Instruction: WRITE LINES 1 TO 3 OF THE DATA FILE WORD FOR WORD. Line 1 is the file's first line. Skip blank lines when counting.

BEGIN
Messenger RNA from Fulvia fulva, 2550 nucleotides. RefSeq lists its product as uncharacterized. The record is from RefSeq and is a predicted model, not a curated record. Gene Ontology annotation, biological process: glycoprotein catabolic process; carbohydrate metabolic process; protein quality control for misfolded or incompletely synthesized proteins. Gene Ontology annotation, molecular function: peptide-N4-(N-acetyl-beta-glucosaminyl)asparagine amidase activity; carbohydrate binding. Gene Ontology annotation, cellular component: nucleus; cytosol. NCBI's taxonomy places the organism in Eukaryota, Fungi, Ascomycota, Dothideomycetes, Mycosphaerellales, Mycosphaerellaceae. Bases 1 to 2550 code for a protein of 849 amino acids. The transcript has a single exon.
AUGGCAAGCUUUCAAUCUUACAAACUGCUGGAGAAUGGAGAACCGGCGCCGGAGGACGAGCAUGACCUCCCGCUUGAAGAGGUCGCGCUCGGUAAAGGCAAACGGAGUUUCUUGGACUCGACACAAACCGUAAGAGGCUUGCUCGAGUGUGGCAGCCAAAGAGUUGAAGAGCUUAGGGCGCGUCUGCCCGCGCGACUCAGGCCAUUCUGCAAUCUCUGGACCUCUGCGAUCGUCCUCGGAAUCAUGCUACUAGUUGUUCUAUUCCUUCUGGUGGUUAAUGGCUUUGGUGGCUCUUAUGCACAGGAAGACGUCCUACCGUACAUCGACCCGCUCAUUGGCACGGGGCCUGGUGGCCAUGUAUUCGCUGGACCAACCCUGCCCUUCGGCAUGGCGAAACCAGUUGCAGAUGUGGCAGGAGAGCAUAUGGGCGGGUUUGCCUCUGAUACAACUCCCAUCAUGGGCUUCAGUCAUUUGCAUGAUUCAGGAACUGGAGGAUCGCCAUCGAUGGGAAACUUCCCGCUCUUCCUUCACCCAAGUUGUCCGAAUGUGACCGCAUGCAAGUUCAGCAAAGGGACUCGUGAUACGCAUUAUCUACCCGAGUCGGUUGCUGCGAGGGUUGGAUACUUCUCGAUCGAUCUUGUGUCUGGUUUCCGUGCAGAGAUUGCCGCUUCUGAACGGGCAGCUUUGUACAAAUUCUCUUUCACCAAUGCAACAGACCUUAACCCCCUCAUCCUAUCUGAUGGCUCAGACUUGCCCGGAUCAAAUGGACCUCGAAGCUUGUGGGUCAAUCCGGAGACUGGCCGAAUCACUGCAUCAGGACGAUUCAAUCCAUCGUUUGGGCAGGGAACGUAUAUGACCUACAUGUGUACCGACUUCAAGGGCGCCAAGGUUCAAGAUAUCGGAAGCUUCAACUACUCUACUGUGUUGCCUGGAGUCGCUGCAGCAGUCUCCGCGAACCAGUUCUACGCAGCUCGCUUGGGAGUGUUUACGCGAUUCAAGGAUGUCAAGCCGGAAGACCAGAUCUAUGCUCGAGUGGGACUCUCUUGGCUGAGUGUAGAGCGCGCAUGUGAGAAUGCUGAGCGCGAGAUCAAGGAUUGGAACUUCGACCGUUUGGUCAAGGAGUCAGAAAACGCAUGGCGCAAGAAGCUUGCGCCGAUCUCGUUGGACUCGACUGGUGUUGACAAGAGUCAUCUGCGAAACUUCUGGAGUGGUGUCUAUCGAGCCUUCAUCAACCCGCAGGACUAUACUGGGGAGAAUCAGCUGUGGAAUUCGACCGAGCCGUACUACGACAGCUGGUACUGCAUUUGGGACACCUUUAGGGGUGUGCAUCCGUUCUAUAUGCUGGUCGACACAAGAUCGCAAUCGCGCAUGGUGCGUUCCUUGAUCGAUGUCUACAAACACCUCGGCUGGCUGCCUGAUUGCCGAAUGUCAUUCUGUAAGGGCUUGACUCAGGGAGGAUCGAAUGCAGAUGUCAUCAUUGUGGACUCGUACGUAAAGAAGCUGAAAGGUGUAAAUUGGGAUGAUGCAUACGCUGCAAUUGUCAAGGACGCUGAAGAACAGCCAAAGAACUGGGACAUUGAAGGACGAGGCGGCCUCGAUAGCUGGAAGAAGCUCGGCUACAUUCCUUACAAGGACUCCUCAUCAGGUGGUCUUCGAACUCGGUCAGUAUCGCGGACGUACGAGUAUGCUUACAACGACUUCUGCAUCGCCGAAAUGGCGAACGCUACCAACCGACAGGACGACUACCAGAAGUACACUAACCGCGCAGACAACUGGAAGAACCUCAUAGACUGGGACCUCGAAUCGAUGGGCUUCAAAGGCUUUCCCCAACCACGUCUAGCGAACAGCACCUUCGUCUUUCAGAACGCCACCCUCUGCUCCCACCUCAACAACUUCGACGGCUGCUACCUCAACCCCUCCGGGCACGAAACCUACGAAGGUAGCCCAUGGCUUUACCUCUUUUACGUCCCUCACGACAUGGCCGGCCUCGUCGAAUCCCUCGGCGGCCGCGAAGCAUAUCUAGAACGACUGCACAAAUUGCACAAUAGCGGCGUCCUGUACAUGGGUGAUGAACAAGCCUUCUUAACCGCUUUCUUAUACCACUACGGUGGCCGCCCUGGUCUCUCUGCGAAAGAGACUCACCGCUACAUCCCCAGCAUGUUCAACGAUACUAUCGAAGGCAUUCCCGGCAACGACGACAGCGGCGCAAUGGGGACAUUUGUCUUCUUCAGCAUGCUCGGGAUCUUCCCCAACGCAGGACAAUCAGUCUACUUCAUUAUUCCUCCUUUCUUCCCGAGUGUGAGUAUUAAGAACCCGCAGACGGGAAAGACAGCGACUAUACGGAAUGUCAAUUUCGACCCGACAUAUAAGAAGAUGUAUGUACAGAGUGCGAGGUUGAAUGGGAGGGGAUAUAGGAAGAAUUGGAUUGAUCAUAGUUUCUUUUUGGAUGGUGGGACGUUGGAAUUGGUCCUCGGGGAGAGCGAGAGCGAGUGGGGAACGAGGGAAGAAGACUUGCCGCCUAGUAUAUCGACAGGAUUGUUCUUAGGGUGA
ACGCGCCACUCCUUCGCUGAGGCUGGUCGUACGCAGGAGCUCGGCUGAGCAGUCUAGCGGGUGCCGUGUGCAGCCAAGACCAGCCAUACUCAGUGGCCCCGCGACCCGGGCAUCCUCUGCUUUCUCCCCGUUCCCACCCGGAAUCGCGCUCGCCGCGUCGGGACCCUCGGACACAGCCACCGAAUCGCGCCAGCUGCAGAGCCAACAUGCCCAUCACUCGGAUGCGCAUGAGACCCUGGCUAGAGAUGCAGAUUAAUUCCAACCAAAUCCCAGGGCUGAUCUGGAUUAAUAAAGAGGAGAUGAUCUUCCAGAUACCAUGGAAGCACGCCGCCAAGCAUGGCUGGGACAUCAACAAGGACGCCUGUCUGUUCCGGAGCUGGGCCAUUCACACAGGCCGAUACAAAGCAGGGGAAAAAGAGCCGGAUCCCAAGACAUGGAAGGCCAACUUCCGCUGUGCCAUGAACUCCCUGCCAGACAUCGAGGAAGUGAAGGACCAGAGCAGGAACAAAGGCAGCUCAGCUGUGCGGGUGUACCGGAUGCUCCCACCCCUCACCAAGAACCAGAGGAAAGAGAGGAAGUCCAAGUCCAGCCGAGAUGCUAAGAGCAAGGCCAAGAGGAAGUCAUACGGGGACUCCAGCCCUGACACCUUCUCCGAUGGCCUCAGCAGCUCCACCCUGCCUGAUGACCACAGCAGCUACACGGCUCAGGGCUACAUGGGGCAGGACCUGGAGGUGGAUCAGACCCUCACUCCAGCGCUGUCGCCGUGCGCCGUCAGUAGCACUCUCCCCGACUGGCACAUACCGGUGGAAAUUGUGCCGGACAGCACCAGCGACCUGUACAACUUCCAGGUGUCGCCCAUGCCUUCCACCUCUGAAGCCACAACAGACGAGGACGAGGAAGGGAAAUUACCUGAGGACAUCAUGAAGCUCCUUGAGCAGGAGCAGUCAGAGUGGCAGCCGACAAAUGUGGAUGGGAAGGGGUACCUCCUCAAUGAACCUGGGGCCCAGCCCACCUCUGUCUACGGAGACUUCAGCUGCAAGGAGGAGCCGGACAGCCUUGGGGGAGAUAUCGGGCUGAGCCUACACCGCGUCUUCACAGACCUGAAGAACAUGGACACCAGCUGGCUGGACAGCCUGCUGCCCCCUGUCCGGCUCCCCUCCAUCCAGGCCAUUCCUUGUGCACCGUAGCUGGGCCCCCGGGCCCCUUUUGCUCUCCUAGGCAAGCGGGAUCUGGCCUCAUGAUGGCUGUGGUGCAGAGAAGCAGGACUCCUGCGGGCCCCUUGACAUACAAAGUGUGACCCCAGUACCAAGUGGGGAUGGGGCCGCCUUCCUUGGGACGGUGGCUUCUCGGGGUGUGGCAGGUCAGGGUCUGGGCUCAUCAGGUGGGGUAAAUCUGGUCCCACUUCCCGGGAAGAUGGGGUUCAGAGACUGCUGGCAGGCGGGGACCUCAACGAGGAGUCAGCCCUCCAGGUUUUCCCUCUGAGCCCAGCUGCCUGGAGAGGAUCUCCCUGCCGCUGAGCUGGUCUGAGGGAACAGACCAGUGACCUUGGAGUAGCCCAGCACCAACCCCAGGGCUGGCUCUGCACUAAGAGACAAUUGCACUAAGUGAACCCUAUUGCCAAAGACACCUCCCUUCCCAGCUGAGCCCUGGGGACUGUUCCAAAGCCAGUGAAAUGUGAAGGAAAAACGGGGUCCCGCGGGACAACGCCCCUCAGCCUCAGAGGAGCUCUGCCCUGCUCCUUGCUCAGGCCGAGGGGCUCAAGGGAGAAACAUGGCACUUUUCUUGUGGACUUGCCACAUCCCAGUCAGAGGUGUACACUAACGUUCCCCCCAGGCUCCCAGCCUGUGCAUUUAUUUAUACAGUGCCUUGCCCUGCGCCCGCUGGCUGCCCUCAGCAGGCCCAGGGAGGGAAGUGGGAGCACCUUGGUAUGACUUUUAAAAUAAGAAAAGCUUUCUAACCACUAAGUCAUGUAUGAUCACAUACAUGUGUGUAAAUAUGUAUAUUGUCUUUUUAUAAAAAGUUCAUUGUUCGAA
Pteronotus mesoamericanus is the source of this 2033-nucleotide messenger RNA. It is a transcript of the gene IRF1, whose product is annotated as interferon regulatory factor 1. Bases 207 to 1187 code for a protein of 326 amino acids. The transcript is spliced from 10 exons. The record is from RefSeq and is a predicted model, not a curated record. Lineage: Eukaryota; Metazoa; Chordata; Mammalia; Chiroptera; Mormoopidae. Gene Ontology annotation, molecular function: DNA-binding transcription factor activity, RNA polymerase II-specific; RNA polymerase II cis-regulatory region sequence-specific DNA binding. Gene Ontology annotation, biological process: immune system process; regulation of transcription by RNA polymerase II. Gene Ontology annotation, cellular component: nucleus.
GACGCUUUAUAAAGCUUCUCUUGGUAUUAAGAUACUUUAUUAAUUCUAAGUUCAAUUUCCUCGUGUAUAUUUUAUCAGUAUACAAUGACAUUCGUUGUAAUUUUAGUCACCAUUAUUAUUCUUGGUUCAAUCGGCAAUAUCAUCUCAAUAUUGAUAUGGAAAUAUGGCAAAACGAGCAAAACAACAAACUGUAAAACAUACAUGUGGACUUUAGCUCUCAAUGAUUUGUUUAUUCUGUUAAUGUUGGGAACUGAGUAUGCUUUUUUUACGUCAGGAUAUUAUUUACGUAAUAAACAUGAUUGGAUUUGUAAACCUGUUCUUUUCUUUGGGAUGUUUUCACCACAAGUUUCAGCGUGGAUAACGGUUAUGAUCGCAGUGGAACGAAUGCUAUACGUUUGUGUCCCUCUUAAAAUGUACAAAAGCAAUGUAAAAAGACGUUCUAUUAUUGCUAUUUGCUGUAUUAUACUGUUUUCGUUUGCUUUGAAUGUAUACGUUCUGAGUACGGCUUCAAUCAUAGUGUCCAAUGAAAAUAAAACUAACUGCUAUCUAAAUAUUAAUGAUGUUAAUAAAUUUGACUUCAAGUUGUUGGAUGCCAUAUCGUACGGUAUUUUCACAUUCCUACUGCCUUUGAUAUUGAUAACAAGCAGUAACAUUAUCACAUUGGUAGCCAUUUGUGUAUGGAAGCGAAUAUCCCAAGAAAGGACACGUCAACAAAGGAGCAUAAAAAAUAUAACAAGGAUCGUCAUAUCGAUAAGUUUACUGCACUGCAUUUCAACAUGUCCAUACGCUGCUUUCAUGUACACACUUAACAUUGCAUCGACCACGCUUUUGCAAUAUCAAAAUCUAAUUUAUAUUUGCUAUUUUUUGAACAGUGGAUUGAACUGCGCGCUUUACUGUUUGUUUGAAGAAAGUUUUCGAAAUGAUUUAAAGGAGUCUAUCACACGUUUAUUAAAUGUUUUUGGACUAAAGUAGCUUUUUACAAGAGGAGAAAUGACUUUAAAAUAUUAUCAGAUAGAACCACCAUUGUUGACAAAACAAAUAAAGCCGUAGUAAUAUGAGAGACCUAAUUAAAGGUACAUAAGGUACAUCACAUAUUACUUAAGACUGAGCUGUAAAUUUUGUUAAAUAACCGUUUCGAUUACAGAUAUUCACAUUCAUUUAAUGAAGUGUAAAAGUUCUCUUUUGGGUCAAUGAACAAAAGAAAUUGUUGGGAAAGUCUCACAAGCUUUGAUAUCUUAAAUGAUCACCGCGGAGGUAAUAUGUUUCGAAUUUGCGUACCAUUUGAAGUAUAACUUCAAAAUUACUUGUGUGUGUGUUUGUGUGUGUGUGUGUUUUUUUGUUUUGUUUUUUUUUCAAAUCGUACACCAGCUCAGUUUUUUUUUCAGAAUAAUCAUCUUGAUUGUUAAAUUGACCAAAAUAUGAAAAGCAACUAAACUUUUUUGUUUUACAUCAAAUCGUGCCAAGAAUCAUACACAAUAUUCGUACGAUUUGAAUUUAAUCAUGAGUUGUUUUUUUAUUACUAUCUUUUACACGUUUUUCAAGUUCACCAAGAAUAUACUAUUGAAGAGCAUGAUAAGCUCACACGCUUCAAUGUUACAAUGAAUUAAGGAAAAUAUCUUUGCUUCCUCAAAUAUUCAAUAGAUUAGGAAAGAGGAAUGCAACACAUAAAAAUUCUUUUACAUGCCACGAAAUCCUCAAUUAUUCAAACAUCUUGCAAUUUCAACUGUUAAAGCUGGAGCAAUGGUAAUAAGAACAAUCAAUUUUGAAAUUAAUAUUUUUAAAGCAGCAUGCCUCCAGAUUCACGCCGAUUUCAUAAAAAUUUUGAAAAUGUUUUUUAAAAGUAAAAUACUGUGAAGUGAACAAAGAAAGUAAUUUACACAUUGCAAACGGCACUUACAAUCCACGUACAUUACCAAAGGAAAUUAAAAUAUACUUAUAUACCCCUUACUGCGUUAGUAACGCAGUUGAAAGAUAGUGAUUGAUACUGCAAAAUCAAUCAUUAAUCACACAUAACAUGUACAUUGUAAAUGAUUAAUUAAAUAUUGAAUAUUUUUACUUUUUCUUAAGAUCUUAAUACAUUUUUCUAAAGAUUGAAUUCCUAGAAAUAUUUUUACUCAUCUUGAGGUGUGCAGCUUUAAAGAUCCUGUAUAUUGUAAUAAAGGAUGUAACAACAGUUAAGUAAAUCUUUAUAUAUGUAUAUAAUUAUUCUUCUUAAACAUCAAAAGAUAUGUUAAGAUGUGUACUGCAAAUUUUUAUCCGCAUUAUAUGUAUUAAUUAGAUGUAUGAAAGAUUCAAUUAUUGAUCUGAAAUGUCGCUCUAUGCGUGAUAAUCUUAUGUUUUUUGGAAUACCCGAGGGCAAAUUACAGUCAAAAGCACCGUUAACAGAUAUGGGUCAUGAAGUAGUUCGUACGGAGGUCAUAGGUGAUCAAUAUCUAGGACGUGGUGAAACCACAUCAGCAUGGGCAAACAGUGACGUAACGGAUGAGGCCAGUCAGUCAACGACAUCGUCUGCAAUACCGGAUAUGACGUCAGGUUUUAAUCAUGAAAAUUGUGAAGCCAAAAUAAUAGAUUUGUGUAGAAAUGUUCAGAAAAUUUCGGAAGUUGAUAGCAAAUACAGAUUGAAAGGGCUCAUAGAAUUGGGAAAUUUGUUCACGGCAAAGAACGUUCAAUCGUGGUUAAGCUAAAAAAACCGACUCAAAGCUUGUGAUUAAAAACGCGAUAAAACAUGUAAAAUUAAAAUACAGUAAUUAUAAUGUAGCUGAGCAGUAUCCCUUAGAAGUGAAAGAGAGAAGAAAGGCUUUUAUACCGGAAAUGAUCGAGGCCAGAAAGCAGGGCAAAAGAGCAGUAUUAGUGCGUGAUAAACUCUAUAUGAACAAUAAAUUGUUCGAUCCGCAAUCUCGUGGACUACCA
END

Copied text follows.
Messenger RNA from Fulvia fulva, 2550 nucleotides. RefSeq lists its product as uncharacterized. The record is from RefSeq and is a predicted model, not a curated record. Gene Ontology annotation, biological process: glycoprotein catabolic process; carbohydrate metabolic process; protein quality control for misfolded or incompletely synthesized proteins. Gene Ontology annotation, molecular function: peptide-N4-(N-acetyl-beta-glucosaminyl)asparagine amidase activity; carbohydrate binding. Gene Ontology annotation, cellular component: nucleus; cytosol. NCBI's taxonomy places the organism in Eukaryota, Fungi, Ascomycota, Dothideomycetes, Mycosphaerellales, Mycosphaerellaceae. Bases 1 to 2550 code for a protein of 849 amino acids. The transcript has a single exon.
AUGGCAAGCUUUCAAUCUUACAAACUGCUGGAGAAUGGAGAACCGGCGCCGGAGGACGAGCAUGACCUCCCGCUUGAAGAGGUCGCGCUCGGUAAAGGCAAACGGAGUUUCUUGGACUCGACACAAACCGUAAGAGGCUUGCUCGAGUGUGGCAGCCAAAGAGUUGAAGAGCUUAGGGCGCGUCUGCCCGCGCGACUCAGGCCAUUCUGCAAUCUCUGGACCUCUGCGAUCGUCCUCGGAAUCAUGCUACUAGUUGUUCUAUUCCUUCUGGUGGUUAAUGGCUUUGGUGGCUCUUAUGCACAGGAAGACGUCCUACCGUACAUCGACCCGCUCAUUGGCACGGGGCCUGGUGGCCAUGUAUUCGCUGGACCAACCCUGCCCUUCGGCAUGGCGAAACCAGUUGCAGAUGUGGCAGGAGAGCAUAUGGGCGGGUUUGCCUCUGAUACAACUCCCAUCAUGGGCUUCAGUCAUUUGCAUGAUUCAGGAACUGGAGGAUCGCCAUCGAUGGGAAACUUCCCGCUCUUCCUUCACCCAAGUUGUCCGAAUGUGACCGCAUGCAAGUUCAGCAAAGGGACUCGUGAUACGCAUUAUCUACCCGAGUCGGUUGCUGCGAGGGUUGGAUACUUCUCGAUCGAUCUUGUGUCUGGUUUCCGUGCAGAGAUUGCCGCUUCUGAACGGGCAGCUUUGUACAAAUUCUCUUUCACCAAUGCAACAGACCUUAACCCCCUCAUCCUAUCUGAUGGCUCAGACUUGCCCGGAUCAAAUGGACCUCGAAGCUUGUGGGUCAAUCCGGAGACUGGCCGAAUCACUGCAUCAGGACGAUUCAAUCCAUCGUUUGGGCAGGGAACGUAUAUGACCUACAUGUGUACCGACUUCAAGGGCGCCAAGGUUCAAGAUAUCGGAAGCUUCAACUACUCUACUGUGUUGCCUGGAGUCGCUGCAGCAGUCUCCGCGAACCAGUUCUACGCAGCUCGCUUGGGAGUGUUUACGCGAUUCAAGGAUGUCAAGCCGGAAGACCAGAUCUAUGCUCGAGUGGGACUCUCUUGGCUGAGUGUAGAGCGCGCAUGUGAGAAUGCUGAGCGCGAGAUCAAGGAUUGGAACUUCGACCGUUUGGUCAAGGAGUCAGAAAACGCAUGGCGCAAGAAGCUUGCGCCGAUCUCGUUGGACUCGACUGGUGUUGACAAGAGUCAUCUGCGAAACUUCUGGAGUGGUGUCUAUCGAGCCUUCAUCAACCCGCAGGACUAUACUGGGGAGAAUCAGCUGUGGAAUUCGACCGAGCCGUACUACGACAGCUGGUACUGCAUUUGGGACACCUUUAGGGGUGUGCAUCCGUUCUAUAUGCUGGUCGACACAAGAUCGCAAUCGCGCAUGGUGCGUUCCUUGAUCGAUGUCUACAAACACCUCGGCUGGCUGCCUGAUUGCCGAAUGUCAUUCUGUAAGGGCUUGACUCAGGGAGGAUCGAAUGCAGAUGUCAUCAUUGUGGACUCGUACGUAAAGAAGCUGAAAGGUGUAAAUUGGGAUGAUGCAUACGCUGCAAUUGUCAAGGACGCUGAAGAACAGCCAAAGAACUGGGACAUUGAAGGACGAGGCGGCCUCGAUAGCUGGAAGAAGCUCGGCUACAUUCCUUACAAGGACUCCUCAUCAGGUGGUCUUCGAACUCGGUCAGUAUCGCGGACGUACGAGUAUGCUUACAACGACUUCUGCAUCGCCGAAAUGGCGAACGCUACCAACCGACAGGACGACUACCAGAAGUACACUAACCGCGCAGACAACUGGAAGAACCUCAUAGACUGGGACCUCGAAUCGAUGGGCUUCAAAGGCUUUCCCCAACCACGUCUAGCGAACAGCACCUUCGUCUUUCAGAACGCCACCCUCUGCUCCCACCUCAACAACUUCGACGGCUGCUACCUCAACCCCUCCGGGCACGAAACCUACGAAGGUAGCCCAUGGCUUUACCUCUUUUACGUCCCUCACGACAUGGCCGGCCUCGUCGAAUCCCUCGGCGGCCGCGAAGCAUAUCUAGAACGACUGCACAAAUUGCACAAUAGCGGCGUCCUGUACAUGGGUGAUGAACAAGCCUUCUUAACCGCUUUCUUAUACCACUACGGUGGCCGCCCUGGUCUCUCUGCGAAAGAGACUCACCGCUACAUCCCCAGCAUGUUCAACGAUACUAUCGAAGGCAUUCCCGGCAACGACGACAGCGGCGCAAUGGGGACAUUUGUCUUCUUCAGCAUGCUCGGGAUCUUCCCCAACGCAGGACAAUCAGUCUACUUCAUUAUUCCUCCUUUCUUCCCGAGUGUGAGUAUUAAGAACCCGCAGACGGGAAAGACAGCGACUAUACGGAAUGUCAAUUUCGACCCGACAUAUAAGAAGAUGUAUGUACAGAGUGCGAGGUUGAAUGGGAGGGGAUAUAGGAAGAAUUGGAUUGAUCAUAGUUUCUUUUUGGAUGGUGGGACGUUGGAAUUGGUCCUCGGGGAGAGCGAGAGCGAGUGGGGAACGAGGGAAGAAGACUUGCCGCCUAGUAUAUCGACAGGAUUGUUCUUAGGGUGA
ACGCGCCACUCCUUCGCUGAGGCUGGUCGUACGCAGGAGCUCGGCUGAGCAGUCUAGCGGGUGCCGUGUGCAGCCAAGACCAGCCAUACUCAGUGGCCCCGCGACCCGGGCAUCCUCUGCUUUCUCCCCGUUCCCACCCGGAAUCGCGCUCGCCGCGUCGGGACCCUCGGACACAGCCACCGAAUCGCGCCAGCUGCAGAGCCAACAUGCCCAUCACUCGGAUGCGCAUGAGACCCUGGCUAGAGAUGCAGAUUAAUUCCAACCAAAUCCCAGGGCUGAUCUGGAUUAAUAAAGAGGAGAUGAUCUUCCAGAUACCAUGGAAGCACGCCGCCAAGCAUGGCUGGGACAUCAACAAGGACGCCUGUCUGUUCCGGAGCUGGGCCAUUCACACAGGCCGAUACAAAGCAGGGGAAAAAGAGCCGGAUCCCAAGACAUGGAAGGCCAACUUCCGCUGUGCCAUGAACUCCCUGCCAGACAUCGAGGAAGUGAAGGACCAGAGCAGGAACAAAGGCAGCUCAGCUGUGCGGGUGUACCGGAUGCUCCCACCCCUCACCAAGAACCAGAGGAAAGAGAGGAAGUCCAAGUCCAGCCGAGAUGCUAAGAGCAAGGCCAAGAGGAAGUCAUACGGGGACUCCAGCCCUGACACCUUCUCCGAUGGCCUCAGCAGCUCCACCCUGCCUGAUGACCACAGCAGCUACACGGCUCAGGGCUACAUGGGGCAGGACCUGGAGGUGGAUCAGACCCUCACUCCAGCGCUGUCGCCGUGCGCCGUCAGUAGCACUCUCCCCGACUGGCACAUACCGGUGGAAAUUGUGCCGGACAGCACCAGCGACCUGUACAACUUCCAGGUGUCGCCCAUGCCUUCCACCUCUGAAGCCACAACAGACGAGGACGAGGAAGGGAAAUUACCUGAGGACAUCAUGAAGCUCCUUGAGCAGGAGCAGUCAGAGUGGCAGCCGACAAAUGUGGAUGGGAAGGGGUACCUCCUCAAUGAACCUGGGGCCCAGCCCACCUCUGUCUACGGAGACUUCAGCUGCAAGGAGGAGCCGGACAGCCUUGGGGGAGAUAUCGGGCUGAGCCUACACCGCGUCUUCACAGACCUGAAGAACAUGGACACCAGCUGGCUGGACAGCCUGCUGCCCCCUGUCCGGCUCCCCUCCAUCCAGGCCAUUCCUUGUGCACCGUAGCUGGGCCCCCGGGCCCCUUUUGCUCUCCUAGGCAAGCGGGAUCUGGCCUCAUGAUGGCUGUGGUGCAGAGAAGCAGGACUCCUGCGGGCCCCUUGACAUACAAAGUGUGACCCCAGUACCAAGUGGGGAUGGGGCCGCCUUCCUUGGGACGGUGGCUUCUCGGGGUGUGGCAGGUCAGGGUCUGGGCUCAUCAGGUGGGGUAAAUCUGGUCCCACUUCCCGGGAAGAUGGGGUUCAGAGACUGCUGGCAGGCGGGGACCUCAACGAGGAGUCAGCCCUCCAGGUUUUCCCUCUGAGCCCAGCUGCCUGGAGAGGAUCUCCCUGCCGCUGAGCUGGUCUGAGGGAACAGACCAGUGACCUUGGAGUAGCCCAGCACCAACCCCAGGGCUGGCUCUGCACUAAGAGACAAUUGCACUAAGUGAACCCUAUUGCCAAAGACACCUCCCUUCCCAGCUGAGCCCUGGGGACUGUUCCAAAGCCAGUGAAAUGUGAAGGAAAAACGGGGUCCCGCGGGACAACGCCCCUCAGCCUCAGAGGAGCUCUGCCCUGCUCCUUGCUCAGGCCGAGGGGCUCAAGGGAGAAACAUGGCACUUUUCUUGUGGACUUGCCACAUCCCAGUCAGAGGUGUACACUAACGUUCCCCCCAGGCUCCCAGCCUGUGCAUUUAUUUAUACAGUGCCUUGCCCUGCGCCCGCUGGCUGCCCUCAGCAGGCCCAGGGAGGGAAGUGGGAGCACCUUGGUAUGACUUUUAAAAUAAGAAAAGCUUUCUAACCACUAAGUCAUGUAUGAUCACAUACAUGUGUGUAAAUAUGUAUAUUGUCUUUUUAUAAAAAGUUCAUUGUUCGAA